Plato, Solomon, Blessed Augustine, Boethius, Dante, Edmund Burke… My favorite intellectuals died hundreds or thousands of years before I was even born. Teachers of classic literature do not often grieve the deaths of their heroes. The centuries have already grieved them for us. A man becomes aware of Plato with a little sadness built into his admiration. For stodgy traditionalists, backward-looking conservatives, and lovers of old books, a dry-eyed sadness eternally permeates our hearts. To put it simply, our heroes do not die, at least not on our watch.
What is it about teenagers? The joking and giggling. The chattiness. Their curious tendency to walk right into you.
After fifteen years of teaching, I have finally discovered the perfect metaphor for the teenage spirit. It comes from a passage in Rhetoric where Aristotle remarks of young people, “…nature warms their blood, as though with excess of wine.” In other words, young people exist in a state of perpetual tipsiness.
Gibbs: Could I ask you about something you said in your speech at the sports banquet last night?
Coach: Of course.
Gibbs: While speaking of the girls baseball team, you said, “I have never seen greater Christian maturity, self-sacrifice, love, courage, and determination than I saw from our young ladies on the field this year.”
Gibbs: That is remarkably high praise.
Coach: It is.
Growing up, I often heard it said, “Evangelicals do everything the world does— they just do it ten years later and ten times worse.” There is some truth to the idea so far as music and graphic design is concerned; however, having paid close attention to Christian culture and secular culture over the last twenty years, I actually think it more often the case that secularists are mugging evangelicals.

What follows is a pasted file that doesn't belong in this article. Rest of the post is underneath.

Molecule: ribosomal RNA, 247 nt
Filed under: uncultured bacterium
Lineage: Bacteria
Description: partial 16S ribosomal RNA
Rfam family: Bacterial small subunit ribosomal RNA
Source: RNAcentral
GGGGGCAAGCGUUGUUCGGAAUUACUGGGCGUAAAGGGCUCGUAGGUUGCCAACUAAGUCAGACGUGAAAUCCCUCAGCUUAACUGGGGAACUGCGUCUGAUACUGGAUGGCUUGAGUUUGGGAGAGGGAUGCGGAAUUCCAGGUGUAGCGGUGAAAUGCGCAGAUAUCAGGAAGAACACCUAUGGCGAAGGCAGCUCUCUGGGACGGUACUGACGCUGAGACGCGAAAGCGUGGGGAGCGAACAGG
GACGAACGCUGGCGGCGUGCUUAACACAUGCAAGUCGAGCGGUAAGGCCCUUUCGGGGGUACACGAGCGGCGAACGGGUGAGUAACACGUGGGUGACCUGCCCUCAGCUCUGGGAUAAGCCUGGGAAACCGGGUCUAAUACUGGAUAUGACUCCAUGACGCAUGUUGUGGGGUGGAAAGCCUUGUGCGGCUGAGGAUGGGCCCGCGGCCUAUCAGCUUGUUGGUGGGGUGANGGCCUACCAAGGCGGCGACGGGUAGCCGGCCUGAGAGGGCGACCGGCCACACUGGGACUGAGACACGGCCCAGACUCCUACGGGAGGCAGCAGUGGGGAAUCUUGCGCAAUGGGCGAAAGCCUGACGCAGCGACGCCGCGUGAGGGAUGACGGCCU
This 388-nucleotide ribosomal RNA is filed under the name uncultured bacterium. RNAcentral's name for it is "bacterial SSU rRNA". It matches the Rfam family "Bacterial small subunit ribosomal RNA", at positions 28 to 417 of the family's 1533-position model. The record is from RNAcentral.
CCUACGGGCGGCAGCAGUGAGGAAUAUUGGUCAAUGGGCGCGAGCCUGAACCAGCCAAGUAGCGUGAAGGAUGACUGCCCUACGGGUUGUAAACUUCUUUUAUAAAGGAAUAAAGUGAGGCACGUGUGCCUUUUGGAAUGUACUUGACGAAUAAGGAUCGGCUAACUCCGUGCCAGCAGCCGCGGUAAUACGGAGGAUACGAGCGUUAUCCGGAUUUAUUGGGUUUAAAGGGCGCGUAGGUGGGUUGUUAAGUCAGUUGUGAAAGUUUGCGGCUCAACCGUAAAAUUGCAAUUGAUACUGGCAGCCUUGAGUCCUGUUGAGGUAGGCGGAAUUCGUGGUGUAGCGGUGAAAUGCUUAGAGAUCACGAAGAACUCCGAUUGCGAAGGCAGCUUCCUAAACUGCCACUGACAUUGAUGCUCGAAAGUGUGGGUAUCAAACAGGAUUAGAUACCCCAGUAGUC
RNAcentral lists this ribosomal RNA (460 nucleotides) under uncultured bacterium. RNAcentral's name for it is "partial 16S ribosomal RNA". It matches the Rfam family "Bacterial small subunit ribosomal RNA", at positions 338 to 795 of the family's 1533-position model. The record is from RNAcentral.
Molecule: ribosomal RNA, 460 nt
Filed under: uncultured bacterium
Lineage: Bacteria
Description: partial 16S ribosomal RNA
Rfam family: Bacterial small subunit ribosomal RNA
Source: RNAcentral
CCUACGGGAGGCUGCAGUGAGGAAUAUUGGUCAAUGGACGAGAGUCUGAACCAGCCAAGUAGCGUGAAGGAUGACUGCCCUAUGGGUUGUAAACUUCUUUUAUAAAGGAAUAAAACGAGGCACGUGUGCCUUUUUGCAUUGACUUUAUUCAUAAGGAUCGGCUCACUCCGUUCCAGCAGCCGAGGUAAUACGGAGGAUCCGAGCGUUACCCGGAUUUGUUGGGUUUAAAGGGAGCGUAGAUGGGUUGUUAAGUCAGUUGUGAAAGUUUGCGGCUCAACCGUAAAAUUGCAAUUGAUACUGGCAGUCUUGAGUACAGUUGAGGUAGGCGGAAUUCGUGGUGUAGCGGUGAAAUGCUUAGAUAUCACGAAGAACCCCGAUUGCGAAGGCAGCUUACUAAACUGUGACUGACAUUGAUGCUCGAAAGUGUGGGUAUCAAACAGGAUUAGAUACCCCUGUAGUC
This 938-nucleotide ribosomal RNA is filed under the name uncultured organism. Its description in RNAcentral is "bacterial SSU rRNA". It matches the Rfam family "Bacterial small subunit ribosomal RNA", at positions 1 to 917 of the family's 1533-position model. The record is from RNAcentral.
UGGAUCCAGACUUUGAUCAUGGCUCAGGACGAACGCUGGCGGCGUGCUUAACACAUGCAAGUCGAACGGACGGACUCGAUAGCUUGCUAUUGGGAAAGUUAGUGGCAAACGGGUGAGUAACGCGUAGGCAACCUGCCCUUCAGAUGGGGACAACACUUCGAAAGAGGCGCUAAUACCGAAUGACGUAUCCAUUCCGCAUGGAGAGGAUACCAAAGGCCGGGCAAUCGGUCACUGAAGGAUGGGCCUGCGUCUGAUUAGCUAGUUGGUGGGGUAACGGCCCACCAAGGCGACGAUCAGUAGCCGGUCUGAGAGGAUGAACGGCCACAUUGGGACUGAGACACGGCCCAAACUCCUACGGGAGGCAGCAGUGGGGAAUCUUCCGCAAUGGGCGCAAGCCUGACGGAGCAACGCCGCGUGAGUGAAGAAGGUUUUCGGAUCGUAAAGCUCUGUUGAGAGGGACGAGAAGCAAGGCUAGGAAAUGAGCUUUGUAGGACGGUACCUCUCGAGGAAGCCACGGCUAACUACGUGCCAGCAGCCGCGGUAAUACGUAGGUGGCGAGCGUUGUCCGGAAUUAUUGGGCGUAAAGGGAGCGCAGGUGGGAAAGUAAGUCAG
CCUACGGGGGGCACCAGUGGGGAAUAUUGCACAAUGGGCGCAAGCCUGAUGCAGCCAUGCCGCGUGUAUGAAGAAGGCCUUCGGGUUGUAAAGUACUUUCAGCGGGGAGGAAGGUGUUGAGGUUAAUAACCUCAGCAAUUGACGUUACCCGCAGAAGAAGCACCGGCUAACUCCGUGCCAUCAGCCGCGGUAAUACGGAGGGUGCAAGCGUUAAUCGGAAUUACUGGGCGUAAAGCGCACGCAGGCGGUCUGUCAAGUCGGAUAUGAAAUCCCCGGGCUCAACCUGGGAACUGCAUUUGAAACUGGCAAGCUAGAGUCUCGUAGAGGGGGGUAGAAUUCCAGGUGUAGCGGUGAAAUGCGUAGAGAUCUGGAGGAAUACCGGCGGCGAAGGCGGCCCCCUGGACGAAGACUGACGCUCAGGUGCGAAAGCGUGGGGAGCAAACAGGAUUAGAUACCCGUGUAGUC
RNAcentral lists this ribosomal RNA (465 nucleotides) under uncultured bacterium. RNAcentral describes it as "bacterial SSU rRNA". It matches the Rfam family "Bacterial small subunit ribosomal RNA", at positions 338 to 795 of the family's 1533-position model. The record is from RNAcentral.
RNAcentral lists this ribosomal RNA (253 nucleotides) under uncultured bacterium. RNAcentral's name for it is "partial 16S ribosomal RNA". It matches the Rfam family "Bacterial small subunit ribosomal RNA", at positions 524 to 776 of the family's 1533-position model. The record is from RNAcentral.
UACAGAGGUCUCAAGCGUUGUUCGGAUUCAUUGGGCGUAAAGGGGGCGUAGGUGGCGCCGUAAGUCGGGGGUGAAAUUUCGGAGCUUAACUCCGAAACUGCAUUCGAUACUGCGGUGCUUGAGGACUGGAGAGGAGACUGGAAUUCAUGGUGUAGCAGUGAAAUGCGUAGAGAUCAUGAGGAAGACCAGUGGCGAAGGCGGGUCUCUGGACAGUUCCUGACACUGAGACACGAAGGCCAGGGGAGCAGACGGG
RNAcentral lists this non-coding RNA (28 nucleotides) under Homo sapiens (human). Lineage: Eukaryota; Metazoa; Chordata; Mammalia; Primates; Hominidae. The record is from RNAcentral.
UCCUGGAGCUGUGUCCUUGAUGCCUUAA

Teacher: I have heard that you don’t believe a book should be taught until it is a hundred years old. Is this true?
Gibbs: Not exactly. I don’t believe a book should be taught in a classical Christian high school until the author has been dead for a hundred years.
Teacher: What about World War II, though?
Gibbs: I take it you believe World War II should be taught in classical Christian high schools.
Father: I want to ask you a tough question. You can be honest with me. Please don’t answer as an employee of this school, but as a teacher. Is it too late for my son to become classical?
Gibbs: What do you mean “become classical”?
“People who cannot bear to be alone are generally the worst company.”
Intellectuals are unanimous in their praise of solitude and loneliness. Apart from regular bouts of loneliness and frequent recourse to solitude, the mind atrophies. But why? In Episode 12, I discuss my own failing ability to “be alone,” and the somewhat drastic steps I have taken of late to regain my love of solitude and become better company to my friends.
In my ongoing attempt to vindicate every traditional or even quasi-traditional aspect of Christmas, it was inevitable that I should finally come to the subject of Santa Claus. The debate among Christians over Santa Claus is older than social media, which means I can recall it from my youth. As a child, my parents told me there was no Santa Claus, and we regarded with suspicion and incredulity those families who would “do Santa,” that odd and awful little turn of phrase.
While I am not a fortune teller, I would bet green money that the theology program at your classical Christian school has changed quite a bit over the last several years. In fact, I would wager that of the many subject taught at your school— biology, algebra, literature, history, and so forth— no single subject undergoes more frequent changes than theology.
There is now a common saying among teachers, “Fifty years ago, if a student failed a test, the student got in trouble. Today, if a student fails a test, the teacher gets in trouble.” When the garden-variety Republican hears this saying, he is apt to nod, then shake his head and bemoan the welfare state, the courts, emotionally fragile millennials, safe spaces, trigger warnings, and a world wherein no one is made to take responsibility for their actions.